Why are energy users so hopeless at economics? (Or why we should read, sleep and socialise more)

At this week’s seminar, Dr Philipp Grunewald of the University of Oxford discussed a different way of looking at energy. Normally the focus is on the economic and environmental cost of energy use but he has been researching the value of energy to people and the joys of energy.

The joys of energy

UK energy policy is deeply grounded in economics and the idea of competitive markets. So why do the people fail so miserably at getting it? They do not switch supplier, despite being on unnecessarily expensive tariffs; they do not install efficiency measures that would pay for themselves; they complain about the cost of renewables, even when these have become cheaper than some fossil fuels. Smart fridges could save the UK energy system significant sums of money, by providing response services. Yet, the vast majority of people is very hostile to this technically sound, safe and economically ‘rational’ solution.

Why do people make such ‘irrational’ choices, when it comes to energy?

Three connected reasons emerge from our recent research:

  1. We successfully created an energy system to disengage energy users
  2. Energy service and their cost are separated by multiple layers of disconnect
  3. People enjoy using energy

Strange as it may sound, part of the problem may result from how successful the UK energy provision has been over the past decades. We have designed a system that works flawlessly. It hides all that messiness (many miles) behind the meter. We minimised the need for people to engage – as Steve Jobs put it: ‘it just works’. Nothing for you to do, but to enjoy it. Don’t worry about how it is done. Back in the days when cars frequently broke down, at least one gained a sense of the bits involved from opening the bonnet. Not only is there no need to open the bonnet any more, what happens behind it is so slick, we probably wouldn’t understand. This applies to the energy system as a whole, but also to the individual appliances we use. They turn energy into service with magical ease. No rattling noise or steam that might give away that work is being done. Just slick user interfaces.

A well oiled machine

This creates an effective disconnect between the service and the cost. In fact, several layers of disconnect. Say you crave a cup of tea. You fill the kettle, boil it, pour it, enjoy your drink. While you think about tea, the economic you should have thought about the appliance, its power, the time it was on for, multiply the two, then remember the tariff you’re on, multiply that with the result of your energy calculation and evaluate the result in relation to the utility value of your cup of tea. Actually, we should go further. Check the supply mix is at the time, compute the marginal cost of generation and the marginal emissions factor and roll those into your assessment. Why, oh why, don’t people do this?

Perhaps they just want to enjoy a cup of tea. At least that is what we find in our research on household electricity use.

When we ask hundreds of people to report their activities and how much they enjoy them, it turns out that the times of high electricity use are among the most enjoyable. Do they think about the environmental or monetary cost at the time? No. Nor do they seem equipped to do so. During intervention experiments participants try to reduce electricity use at certain times. Many make a significant effort by turning off their mobile phone chargers. The disconnect between service and energy is so effective that an interesting heuristic appears to take hold: if it is very valuable to me, it must use a lot of energy. The majority of people think that phone chargers are responsible for over 5% of UK electricity consumption. In fact is is less than 0.1%. This makes informed and economically rational choices rather difficult.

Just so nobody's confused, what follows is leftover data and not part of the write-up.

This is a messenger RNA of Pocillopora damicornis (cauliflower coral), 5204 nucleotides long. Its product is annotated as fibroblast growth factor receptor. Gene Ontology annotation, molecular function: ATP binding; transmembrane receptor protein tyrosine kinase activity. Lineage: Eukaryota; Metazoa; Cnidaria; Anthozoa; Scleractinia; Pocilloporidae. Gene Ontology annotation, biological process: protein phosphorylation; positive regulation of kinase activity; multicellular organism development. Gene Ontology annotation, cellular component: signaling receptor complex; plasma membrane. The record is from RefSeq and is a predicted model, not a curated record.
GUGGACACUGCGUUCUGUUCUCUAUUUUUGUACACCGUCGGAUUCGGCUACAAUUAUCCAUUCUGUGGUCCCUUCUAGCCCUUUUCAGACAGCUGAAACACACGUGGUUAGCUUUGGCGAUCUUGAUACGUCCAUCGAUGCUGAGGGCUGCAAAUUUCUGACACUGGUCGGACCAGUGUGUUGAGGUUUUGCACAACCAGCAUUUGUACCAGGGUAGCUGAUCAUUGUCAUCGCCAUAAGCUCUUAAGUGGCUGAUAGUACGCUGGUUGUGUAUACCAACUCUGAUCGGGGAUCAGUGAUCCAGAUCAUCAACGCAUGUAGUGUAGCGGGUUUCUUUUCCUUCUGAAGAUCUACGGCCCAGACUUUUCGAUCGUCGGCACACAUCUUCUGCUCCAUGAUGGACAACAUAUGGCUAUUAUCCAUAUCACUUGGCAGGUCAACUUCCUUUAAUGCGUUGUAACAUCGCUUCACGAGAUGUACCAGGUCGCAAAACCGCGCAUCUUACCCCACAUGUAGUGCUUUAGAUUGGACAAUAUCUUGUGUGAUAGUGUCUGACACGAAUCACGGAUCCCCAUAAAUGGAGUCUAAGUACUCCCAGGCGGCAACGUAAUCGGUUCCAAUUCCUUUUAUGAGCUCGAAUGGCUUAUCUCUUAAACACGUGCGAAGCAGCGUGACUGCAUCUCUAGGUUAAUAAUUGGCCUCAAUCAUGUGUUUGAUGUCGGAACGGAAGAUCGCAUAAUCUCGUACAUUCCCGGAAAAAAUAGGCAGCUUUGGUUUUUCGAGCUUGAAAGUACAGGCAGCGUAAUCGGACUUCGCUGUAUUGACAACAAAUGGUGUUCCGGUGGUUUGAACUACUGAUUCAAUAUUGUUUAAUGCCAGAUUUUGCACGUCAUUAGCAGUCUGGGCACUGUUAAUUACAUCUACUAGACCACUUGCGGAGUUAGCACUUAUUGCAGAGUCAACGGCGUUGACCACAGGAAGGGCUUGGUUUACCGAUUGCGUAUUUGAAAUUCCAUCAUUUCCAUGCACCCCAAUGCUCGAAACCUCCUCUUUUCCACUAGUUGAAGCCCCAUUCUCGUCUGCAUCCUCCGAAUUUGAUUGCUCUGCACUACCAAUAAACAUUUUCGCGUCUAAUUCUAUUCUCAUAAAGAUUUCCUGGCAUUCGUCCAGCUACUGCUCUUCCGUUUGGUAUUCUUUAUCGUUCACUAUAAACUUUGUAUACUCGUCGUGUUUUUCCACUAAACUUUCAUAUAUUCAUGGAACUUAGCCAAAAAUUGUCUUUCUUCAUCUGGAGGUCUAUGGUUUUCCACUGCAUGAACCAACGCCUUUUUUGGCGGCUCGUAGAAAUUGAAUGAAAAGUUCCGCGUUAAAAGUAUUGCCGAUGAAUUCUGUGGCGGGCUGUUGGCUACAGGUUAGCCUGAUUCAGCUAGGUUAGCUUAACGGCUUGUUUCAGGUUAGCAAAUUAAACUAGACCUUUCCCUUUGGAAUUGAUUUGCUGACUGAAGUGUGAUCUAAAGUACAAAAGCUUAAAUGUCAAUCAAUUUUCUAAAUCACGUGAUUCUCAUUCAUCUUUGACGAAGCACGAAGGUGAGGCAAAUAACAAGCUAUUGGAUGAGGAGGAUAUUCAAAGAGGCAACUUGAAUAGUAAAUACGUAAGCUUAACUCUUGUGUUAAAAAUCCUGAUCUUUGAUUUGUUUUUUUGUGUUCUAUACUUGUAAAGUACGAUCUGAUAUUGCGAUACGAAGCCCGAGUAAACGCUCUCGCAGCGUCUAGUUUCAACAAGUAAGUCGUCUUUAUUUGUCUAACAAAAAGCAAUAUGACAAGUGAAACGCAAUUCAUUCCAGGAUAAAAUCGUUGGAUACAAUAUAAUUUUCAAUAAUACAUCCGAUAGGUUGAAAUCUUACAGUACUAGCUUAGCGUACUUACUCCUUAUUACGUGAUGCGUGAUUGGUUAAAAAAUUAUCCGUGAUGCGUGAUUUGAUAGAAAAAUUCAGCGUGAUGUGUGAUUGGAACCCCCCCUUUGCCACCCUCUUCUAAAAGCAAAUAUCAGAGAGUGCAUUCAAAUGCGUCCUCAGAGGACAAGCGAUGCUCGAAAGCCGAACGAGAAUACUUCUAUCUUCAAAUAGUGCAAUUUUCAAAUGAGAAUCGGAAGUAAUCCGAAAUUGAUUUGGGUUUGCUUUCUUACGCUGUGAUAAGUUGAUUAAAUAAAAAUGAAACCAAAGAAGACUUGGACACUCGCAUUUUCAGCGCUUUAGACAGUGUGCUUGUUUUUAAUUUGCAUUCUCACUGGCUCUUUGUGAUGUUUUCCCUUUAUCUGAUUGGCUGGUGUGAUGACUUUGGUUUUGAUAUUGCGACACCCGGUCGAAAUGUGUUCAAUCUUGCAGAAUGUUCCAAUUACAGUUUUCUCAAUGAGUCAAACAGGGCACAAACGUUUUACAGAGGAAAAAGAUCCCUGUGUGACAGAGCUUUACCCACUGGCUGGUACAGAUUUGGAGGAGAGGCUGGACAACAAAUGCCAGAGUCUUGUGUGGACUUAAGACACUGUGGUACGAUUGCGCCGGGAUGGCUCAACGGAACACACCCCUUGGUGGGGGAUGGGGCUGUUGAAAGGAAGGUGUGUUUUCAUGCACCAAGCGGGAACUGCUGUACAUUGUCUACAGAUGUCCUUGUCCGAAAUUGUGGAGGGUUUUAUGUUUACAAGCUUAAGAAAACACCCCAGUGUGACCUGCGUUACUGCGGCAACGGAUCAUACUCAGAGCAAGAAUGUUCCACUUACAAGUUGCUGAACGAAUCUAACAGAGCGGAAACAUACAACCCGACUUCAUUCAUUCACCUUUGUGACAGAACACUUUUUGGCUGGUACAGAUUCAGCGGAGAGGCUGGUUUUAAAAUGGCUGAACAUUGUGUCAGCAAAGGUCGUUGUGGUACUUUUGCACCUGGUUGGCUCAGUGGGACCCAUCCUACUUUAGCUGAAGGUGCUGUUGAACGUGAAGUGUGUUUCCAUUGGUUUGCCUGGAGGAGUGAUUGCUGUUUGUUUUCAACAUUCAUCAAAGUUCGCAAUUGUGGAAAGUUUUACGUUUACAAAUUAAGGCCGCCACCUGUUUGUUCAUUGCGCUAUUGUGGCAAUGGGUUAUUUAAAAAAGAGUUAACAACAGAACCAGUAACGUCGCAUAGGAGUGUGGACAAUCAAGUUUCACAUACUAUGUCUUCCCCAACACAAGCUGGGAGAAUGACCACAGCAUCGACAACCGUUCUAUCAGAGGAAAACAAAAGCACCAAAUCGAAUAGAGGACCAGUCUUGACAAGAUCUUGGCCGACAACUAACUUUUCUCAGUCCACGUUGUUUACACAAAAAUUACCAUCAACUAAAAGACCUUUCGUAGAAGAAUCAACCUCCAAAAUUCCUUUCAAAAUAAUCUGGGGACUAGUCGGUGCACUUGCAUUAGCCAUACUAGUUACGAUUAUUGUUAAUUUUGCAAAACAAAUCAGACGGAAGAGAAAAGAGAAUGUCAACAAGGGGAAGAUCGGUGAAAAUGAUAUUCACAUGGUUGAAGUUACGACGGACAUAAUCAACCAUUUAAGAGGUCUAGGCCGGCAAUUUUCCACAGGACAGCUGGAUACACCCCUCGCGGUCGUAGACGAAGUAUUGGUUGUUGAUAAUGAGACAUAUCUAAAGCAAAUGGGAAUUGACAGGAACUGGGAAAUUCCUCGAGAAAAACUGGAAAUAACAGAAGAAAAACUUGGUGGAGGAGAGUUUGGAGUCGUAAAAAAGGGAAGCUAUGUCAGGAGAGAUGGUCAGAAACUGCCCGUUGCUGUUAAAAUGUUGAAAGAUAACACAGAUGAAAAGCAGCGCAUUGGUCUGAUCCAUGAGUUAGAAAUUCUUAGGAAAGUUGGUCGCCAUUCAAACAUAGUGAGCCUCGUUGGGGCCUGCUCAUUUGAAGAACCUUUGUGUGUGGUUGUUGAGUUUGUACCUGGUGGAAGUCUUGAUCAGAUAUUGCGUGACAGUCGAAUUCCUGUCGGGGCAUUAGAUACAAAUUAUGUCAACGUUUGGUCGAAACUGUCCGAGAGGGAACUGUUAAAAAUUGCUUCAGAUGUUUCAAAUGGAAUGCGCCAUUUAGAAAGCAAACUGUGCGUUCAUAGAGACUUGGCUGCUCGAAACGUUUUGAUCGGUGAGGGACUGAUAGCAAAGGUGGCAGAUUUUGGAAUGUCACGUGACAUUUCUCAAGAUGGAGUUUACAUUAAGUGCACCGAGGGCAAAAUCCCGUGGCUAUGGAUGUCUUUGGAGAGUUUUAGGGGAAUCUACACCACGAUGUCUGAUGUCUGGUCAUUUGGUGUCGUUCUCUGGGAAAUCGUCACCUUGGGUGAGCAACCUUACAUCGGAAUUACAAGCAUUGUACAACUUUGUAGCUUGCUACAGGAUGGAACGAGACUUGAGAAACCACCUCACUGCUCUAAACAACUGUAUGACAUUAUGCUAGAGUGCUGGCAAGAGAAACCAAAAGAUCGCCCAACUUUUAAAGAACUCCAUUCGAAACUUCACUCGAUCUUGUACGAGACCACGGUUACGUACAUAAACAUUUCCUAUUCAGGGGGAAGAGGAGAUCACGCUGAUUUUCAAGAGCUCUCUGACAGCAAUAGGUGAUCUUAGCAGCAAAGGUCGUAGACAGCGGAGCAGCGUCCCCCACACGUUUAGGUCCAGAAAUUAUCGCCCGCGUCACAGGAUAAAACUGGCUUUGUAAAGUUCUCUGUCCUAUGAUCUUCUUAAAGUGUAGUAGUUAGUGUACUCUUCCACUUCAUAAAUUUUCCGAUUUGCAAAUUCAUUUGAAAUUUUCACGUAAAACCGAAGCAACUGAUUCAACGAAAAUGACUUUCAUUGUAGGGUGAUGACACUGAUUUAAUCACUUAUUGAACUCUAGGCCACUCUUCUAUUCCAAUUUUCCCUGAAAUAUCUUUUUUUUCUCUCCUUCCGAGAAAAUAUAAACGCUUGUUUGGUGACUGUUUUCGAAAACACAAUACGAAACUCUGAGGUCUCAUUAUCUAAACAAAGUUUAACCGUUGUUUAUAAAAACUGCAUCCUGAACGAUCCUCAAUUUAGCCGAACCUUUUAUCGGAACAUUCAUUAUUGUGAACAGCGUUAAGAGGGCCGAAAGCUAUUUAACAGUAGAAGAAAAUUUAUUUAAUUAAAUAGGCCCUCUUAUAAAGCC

smiley faces

Of course, the relationship between electricity use and enjoyment is more nuanced than that. Many high uses of electricity coincide with very low enjoyment: laundry, washing up and other house work are among the least enjoyable high energy activities. They also coincide with times of high system demand. It would be in the household’s and the system’s interest to shift these. This is where new service offerings may be able to add significant value. Why not have a laundry service? Well, many reasons, but it is worth raising the potential benefits.

There is another category of interesting household activities: low energy use with high enjoyment. Among the front runners are reading, sleeping and socialising. All three can be argued to be in short supply in modern western society. Promote those and we may have more effective take up than abstract concepts of kWh and the cost of electricity. Engage people with what they think and care about. That isn’t always just their electricity tariff.

The Meter study collects high resolution data on household activities and their electricity use. Find out more at http://www.energy-use.org

Dr Philipp Grunewald

Dr Philipp Grunewald

Dr Philipp Grunewald leads the Energy Flexibility Theme at the Environmental Change Institute, and is Deputy Director of Energy Research at the University of Oxford.

He was part of the second cohort of Energy Futures Lab’s MSc in Sustainable Energy Futures students in 2008. His PhD at Imperial explored the future role of electricity storage in low carbon energy systems.

Since 2013 he has worked at Oxford on the integration of renewables through storage and demand response. He is an engineer by background. Phil obtained his first degree in Business Engineering from Wedel, Germany. For 10 years Phil worked on advanced laser processes for the semiconductor and photovoltaic industry.

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